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High Noon Overview:

High Noon (1952) was a Drama - Western Film directed by Fred Zinnemann and produced by Stanley Kramer and Carl Foreman.

The film was based on the short story The Tin Star written by John W. Cunningham published in Colliers Magazine in Dec 6, 1947.

High Noon was inducted into the National Film Registry in 1989.

Academy Awards 1952 --- Ceremony Number 25 (source: AMPAS)

AwardRecipientResult
Best ActorGary CooperWon
Best DirectorFred ZinnemannNominated
Best Film EditingElmo Williams, Harry GerstadWon
Best Music - ScoringDimitri TiomkinWon
Best Music - SongMusic by Dimitri Tiomkin; Lyrics by Ned WashingtonWon
Best PictureStanley Kramer, ProducerNominated
Best WritingCarl ForemanNominated
.

BlogHub Articles:

High Noon (1952, Fred Zinnemann)

By Andrew Wickliffe on Nov 11, 2018 From The Stop Button

High Noon is a film all about courage and cowardice, so it?s appropriate the film starts with the most courageous thing it?s ever going to do and it does a few. It commits to its theme song. Not a piece of music from Dimitri Tiomkin, but a country song (written by Tiomkin, lyrics by Ned Washington, ... Read full article


High Noon: The Hollywood Blacklist and the Making of an American Classic

on Jul 9, 2017 From Journeys in Classic Film

Part of the reason I read film books is to have an outsider entice me to check out a movie. Where some of you come here to have me tell you whether a certain film is worth your time or not – and if you value my opinion, I thank you – I defer to experts whose cases for a certain film are ... Read full article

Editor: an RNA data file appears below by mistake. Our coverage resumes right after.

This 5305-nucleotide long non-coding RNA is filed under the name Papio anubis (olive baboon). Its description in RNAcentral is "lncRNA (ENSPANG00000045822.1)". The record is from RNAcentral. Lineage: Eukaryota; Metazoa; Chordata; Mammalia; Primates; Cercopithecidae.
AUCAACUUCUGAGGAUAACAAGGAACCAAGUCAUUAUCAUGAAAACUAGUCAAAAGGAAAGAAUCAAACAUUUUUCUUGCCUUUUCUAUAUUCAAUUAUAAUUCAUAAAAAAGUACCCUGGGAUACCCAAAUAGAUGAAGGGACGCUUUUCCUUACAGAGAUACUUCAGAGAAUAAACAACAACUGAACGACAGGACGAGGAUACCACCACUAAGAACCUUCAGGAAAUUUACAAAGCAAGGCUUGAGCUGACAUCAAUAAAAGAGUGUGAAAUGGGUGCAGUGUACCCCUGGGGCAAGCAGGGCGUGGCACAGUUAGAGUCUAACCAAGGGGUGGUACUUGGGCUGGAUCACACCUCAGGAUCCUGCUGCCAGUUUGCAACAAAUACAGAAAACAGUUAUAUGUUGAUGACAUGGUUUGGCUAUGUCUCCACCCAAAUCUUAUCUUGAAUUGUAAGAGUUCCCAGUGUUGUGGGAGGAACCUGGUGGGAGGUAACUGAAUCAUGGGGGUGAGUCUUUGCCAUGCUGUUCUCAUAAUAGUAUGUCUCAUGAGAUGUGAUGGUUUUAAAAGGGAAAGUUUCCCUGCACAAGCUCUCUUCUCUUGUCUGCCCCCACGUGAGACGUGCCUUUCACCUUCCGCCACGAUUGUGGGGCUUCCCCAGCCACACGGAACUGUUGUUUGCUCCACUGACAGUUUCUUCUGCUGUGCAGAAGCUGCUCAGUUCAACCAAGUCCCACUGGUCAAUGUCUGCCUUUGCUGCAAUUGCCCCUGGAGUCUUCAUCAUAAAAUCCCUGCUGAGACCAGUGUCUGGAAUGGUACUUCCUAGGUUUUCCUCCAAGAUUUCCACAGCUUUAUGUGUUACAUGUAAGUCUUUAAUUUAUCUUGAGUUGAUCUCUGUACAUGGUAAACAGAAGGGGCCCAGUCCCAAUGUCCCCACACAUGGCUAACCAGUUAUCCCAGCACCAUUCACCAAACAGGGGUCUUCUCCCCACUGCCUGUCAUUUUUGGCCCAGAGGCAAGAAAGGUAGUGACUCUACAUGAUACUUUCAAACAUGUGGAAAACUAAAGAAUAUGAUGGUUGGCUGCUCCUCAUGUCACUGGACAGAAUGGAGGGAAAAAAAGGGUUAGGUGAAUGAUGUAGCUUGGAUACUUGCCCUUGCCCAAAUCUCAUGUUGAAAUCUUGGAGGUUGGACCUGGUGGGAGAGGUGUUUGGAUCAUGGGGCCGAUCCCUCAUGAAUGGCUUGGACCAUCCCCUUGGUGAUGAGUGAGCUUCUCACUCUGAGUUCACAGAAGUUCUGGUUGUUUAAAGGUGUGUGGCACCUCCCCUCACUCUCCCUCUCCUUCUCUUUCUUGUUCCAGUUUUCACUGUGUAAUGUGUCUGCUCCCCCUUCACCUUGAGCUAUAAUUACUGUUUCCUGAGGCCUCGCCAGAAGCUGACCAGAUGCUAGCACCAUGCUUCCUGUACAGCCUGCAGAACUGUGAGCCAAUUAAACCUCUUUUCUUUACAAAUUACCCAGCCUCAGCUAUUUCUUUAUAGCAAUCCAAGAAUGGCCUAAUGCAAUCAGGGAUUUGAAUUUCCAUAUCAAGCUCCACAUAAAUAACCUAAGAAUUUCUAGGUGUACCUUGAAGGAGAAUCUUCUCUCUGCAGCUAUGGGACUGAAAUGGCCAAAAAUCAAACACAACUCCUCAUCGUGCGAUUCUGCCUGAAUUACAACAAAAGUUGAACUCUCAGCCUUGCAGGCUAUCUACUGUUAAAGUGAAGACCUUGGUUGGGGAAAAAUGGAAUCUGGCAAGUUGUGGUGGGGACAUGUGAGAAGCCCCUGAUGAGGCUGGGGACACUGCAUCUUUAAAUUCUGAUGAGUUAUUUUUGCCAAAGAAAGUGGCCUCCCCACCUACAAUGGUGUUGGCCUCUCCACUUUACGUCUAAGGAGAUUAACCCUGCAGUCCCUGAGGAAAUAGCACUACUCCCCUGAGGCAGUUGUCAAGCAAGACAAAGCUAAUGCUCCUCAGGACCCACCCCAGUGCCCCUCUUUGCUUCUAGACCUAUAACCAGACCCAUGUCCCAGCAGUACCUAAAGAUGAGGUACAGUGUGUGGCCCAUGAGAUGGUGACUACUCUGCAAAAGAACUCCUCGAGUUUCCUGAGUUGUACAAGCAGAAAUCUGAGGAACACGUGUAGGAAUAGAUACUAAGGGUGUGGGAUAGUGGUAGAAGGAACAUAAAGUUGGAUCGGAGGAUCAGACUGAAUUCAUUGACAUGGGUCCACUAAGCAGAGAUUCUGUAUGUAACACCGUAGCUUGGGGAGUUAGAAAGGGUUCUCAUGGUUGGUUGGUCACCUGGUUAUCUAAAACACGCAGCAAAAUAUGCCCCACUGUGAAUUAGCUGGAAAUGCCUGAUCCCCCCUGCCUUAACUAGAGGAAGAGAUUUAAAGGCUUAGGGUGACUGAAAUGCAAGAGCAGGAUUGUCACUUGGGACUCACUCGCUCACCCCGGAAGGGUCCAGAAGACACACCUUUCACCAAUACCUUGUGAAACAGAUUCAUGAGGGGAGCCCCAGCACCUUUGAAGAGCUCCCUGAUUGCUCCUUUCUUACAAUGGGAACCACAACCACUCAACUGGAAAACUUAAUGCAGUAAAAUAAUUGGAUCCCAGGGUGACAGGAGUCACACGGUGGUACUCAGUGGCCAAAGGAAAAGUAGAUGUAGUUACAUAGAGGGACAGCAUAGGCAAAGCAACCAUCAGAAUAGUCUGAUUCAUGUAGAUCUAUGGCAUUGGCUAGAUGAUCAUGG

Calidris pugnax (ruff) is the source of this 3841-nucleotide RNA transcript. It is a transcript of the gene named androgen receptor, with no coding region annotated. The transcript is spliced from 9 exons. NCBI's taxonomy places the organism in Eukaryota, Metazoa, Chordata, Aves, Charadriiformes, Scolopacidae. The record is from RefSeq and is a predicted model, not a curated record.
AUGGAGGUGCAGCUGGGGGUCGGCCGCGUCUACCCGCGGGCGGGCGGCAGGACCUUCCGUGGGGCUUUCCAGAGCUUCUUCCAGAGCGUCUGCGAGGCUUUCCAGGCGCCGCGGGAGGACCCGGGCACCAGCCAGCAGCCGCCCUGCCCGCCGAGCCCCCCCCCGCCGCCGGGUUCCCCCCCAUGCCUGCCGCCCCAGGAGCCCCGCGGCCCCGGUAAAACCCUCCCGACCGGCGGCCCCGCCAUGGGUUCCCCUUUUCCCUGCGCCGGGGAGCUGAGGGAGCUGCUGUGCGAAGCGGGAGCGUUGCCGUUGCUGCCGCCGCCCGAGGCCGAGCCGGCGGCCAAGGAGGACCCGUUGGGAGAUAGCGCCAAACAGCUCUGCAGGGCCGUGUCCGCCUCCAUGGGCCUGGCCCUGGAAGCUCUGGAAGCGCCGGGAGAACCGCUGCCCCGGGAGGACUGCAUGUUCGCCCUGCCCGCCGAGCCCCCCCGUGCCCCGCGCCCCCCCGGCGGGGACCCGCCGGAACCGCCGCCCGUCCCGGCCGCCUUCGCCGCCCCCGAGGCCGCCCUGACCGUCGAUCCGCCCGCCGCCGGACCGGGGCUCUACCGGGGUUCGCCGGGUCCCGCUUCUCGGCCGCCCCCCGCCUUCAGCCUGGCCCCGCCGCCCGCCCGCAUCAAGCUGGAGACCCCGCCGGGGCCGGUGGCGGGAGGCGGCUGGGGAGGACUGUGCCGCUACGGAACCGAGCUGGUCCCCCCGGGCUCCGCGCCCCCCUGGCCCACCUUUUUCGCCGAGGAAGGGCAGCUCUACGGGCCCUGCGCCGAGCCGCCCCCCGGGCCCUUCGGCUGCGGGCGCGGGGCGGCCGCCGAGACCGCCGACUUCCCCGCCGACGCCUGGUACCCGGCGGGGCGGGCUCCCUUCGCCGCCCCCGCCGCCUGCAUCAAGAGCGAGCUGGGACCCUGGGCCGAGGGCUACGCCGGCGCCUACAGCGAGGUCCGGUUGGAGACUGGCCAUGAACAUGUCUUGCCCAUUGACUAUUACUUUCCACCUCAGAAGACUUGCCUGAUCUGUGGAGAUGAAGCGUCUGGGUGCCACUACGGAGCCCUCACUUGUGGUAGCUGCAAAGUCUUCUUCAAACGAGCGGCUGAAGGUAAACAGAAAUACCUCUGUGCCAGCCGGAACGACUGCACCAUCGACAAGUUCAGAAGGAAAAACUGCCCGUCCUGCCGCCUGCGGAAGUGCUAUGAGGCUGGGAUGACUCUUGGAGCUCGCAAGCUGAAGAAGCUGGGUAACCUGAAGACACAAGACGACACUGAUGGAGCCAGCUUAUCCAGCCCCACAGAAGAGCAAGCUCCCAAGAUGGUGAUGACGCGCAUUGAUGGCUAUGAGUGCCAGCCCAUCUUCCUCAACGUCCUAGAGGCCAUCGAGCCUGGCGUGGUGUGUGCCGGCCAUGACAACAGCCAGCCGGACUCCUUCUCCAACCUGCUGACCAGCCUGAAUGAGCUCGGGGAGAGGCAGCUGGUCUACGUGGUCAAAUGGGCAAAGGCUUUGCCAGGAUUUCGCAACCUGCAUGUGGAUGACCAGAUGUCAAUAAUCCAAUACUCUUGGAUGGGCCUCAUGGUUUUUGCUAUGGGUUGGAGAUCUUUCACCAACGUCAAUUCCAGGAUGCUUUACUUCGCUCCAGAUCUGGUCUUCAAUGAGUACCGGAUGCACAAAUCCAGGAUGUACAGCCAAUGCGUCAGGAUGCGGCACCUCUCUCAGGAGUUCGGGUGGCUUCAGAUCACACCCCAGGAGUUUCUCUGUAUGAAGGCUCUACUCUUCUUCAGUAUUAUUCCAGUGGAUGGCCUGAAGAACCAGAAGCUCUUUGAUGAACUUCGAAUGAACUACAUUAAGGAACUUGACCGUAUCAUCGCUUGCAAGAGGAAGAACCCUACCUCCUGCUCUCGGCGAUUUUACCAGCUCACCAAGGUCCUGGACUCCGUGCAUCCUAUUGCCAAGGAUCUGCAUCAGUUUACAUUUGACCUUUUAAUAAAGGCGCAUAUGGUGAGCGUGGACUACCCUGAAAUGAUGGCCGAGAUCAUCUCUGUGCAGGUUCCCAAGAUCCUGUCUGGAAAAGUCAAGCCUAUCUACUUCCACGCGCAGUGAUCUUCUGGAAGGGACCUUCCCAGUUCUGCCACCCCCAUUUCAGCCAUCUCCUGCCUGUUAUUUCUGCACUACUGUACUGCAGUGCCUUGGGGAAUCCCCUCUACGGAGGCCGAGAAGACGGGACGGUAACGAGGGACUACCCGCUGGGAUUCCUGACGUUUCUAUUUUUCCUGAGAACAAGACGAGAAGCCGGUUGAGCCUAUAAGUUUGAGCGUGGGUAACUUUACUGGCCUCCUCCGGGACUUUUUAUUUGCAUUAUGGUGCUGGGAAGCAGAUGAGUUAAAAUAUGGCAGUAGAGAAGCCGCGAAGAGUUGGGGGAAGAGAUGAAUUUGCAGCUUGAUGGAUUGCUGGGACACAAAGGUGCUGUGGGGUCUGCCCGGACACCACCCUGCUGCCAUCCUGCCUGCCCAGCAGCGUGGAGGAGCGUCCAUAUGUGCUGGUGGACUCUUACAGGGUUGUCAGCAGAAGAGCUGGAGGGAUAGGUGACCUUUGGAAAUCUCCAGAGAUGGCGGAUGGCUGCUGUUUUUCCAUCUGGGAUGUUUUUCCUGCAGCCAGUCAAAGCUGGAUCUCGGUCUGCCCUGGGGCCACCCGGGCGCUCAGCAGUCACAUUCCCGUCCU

The Strong and Quiet Amy Kane: Grace Kelly in High Noon

By Virginie Pronovost on Nov 13, 2016 From The Wonderful World of Cinema

2- ?Helen: What kind of woman are you? How can you leave him like this? Does the sound of guns frighten you that much?Amy: I’ve heard guns. My father and my brother were killed by guns. They were on the right side but that didn’t help them any when the shooting started. My brother was ni... Read full article


The Dark Humor of High Noon (1952)

By Judy on Jun 12, 2016 From Cary Grant Won't Eat You

**Contains spoilers** When I watched High Noon many years ago, I was struck by its pacing, its intensity, its seriousness. This time, I kept laughing. There’s something comic about watching Marshal Will Kane (Gary Cooper) aimlessly tread around the town, waiting for someone, anyone to assist h... Read full article


High Noon (1952) – Updated

By 4 Star Film Fan on Nov 11, 2015 From 4 Star Films

Drums softly beating. A voice mournfully bellowing,”Do not forsake me, oh, my darlin‘.” It can only mean one thing, the beginning of High Noon, a western that has grown near and dear to my heart in the recent years. And yet how can a western of under 90 minutes mesmerize and cause ... Read full article


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Quotes from